Rotterdam, Netherlands, Europe, Earth, Universe
April 22, the birthday of this blog entry, is Earth Day. There is no better day imaginable to talk about satellite and astronaut photographs of our planet.
The first satellite in orbit around the Earth was, in 1957, the Russian Sputnik-1 (which in fact simply means Satellite-1). However there was no camera on board. The first pictures of the Earth were made a few years later , on April 1, 1960, by the American weather satellite TIROS-1.
Since then, our home world has been photographed many times. Some of these images have become iconic, like the Earthrise photograph from 1968, taken by the crew of Apollo 8. Or the Blue Marble from 1972, made by their colleagues from the last flight to the moon, Apollo 17. And let’s not forget the Pale Blue Dot, which inspired Carl Sagan to write his famous text.
There are a lot of pictures of the Earth available on the Internet, but I could not find one on which the Netherlands, or even Europe, were in the middle. So I made that picture myself, from an altitude of 50 000 km , precisely above 3Develop premises in Rotterdam. A Eurocentric, Netherlandocentric, Roffacentric satellite photo.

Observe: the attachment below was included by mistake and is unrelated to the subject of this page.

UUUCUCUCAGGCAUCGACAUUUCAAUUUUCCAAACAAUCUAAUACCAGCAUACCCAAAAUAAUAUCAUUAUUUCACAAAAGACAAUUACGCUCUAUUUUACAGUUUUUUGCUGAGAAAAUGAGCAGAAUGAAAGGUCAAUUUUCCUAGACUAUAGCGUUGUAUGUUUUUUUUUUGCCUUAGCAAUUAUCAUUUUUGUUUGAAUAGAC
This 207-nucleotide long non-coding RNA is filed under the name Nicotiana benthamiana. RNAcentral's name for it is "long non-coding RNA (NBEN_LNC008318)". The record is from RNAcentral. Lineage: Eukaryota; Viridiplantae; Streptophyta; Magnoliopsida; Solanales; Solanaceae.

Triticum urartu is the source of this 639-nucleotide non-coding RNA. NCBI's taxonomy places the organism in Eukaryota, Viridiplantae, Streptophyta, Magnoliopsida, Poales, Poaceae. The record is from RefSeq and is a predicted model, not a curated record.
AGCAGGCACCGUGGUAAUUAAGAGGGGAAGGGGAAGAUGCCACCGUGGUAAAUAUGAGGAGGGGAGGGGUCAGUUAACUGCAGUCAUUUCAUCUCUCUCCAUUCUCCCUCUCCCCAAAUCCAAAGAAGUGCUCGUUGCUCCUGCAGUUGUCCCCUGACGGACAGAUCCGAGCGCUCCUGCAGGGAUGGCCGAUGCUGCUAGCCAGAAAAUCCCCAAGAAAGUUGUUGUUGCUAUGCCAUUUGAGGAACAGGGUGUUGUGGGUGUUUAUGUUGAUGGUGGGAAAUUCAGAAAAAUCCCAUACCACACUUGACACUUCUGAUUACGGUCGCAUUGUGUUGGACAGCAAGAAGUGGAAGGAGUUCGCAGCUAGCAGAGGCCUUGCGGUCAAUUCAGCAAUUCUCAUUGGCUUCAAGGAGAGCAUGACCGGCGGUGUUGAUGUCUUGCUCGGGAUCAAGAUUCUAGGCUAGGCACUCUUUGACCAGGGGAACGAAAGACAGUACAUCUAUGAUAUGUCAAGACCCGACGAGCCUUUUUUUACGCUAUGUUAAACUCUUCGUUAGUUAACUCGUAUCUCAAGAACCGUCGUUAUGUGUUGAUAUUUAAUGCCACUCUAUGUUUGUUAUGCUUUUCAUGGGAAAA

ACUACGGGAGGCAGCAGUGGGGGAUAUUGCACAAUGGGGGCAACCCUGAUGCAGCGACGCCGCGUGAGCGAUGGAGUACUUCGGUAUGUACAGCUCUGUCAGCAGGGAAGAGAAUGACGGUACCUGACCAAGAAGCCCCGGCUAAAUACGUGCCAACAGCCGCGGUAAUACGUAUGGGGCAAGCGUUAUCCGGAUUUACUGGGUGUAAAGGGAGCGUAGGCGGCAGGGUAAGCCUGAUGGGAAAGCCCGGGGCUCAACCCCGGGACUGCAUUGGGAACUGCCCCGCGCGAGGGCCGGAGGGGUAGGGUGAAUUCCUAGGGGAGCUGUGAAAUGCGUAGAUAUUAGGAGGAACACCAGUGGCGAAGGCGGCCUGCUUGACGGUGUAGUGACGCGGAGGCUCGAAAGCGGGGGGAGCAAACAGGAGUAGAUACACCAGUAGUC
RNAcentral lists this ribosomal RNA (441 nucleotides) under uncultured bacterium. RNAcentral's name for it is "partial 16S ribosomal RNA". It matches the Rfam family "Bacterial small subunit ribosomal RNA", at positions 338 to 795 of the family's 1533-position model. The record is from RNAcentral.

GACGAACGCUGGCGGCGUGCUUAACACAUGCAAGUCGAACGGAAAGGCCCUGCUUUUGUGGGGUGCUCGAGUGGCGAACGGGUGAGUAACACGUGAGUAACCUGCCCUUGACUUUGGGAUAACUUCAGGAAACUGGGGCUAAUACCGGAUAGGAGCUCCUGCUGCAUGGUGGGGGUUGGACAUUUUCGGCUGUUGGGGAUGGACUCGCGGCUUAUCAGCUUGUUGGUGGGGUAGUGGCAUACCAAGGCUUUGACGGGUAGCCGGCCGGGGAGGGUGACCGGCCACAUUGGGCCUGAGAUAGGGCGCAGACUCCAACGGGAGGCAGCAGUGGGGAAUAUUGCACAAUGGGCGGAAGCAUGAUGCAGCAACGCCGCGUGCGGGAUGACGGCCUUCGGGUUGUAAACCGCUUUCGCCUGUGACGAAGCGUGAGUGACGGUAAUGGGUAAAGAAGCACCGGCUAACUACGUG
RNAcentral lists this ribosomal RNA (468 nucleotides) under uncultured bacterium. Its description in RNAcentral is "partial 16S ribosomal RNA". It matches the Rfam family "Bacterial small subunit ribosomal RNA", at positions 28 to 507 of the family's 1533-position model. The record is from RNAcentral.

No, of course it’s not a real photograph but an artist’s impression, made using the textures provided by Natural Earth, with two of my favorite programs: 3ds Max and Photoshop.
Europe and the neighbors
We see our continent with the southern and northern neighbors: Africa as well as Greenland and the North Pole Africa, respectively. Sunlight is coming from the left and reflects in the Atlantic Ocean off Madeira. In North and South America, faintly visible on the left side of the globe, it’s morning. On the Arabian Peninsula, Iran and Kazakhstan the lights go on; in India it’s bedtime.
Netherlands and its neighboring countries enjoy the late afternoon sun but a depression forms in the ocean west of Ireland which will end this pleasure in the foreseeable future.
April 22, Earth Day, is a perfect day to show this image to the world for the first time. It is no coincidence that the first Earth Day was celebrated in 1970, so soon after photos like Earthrise reached the general public.
Because it’s precisely those pictures of that beautiful sphere with oceans, ice fields, clouds, deserts and a few spots of green in an infinite black void that show how beautiful, unique and fragile our world is.
So: happy Earth Day everybody and let’s be more cautious with coal plants, deforestation, micro plastics, pesticides and other things that damage our home planet.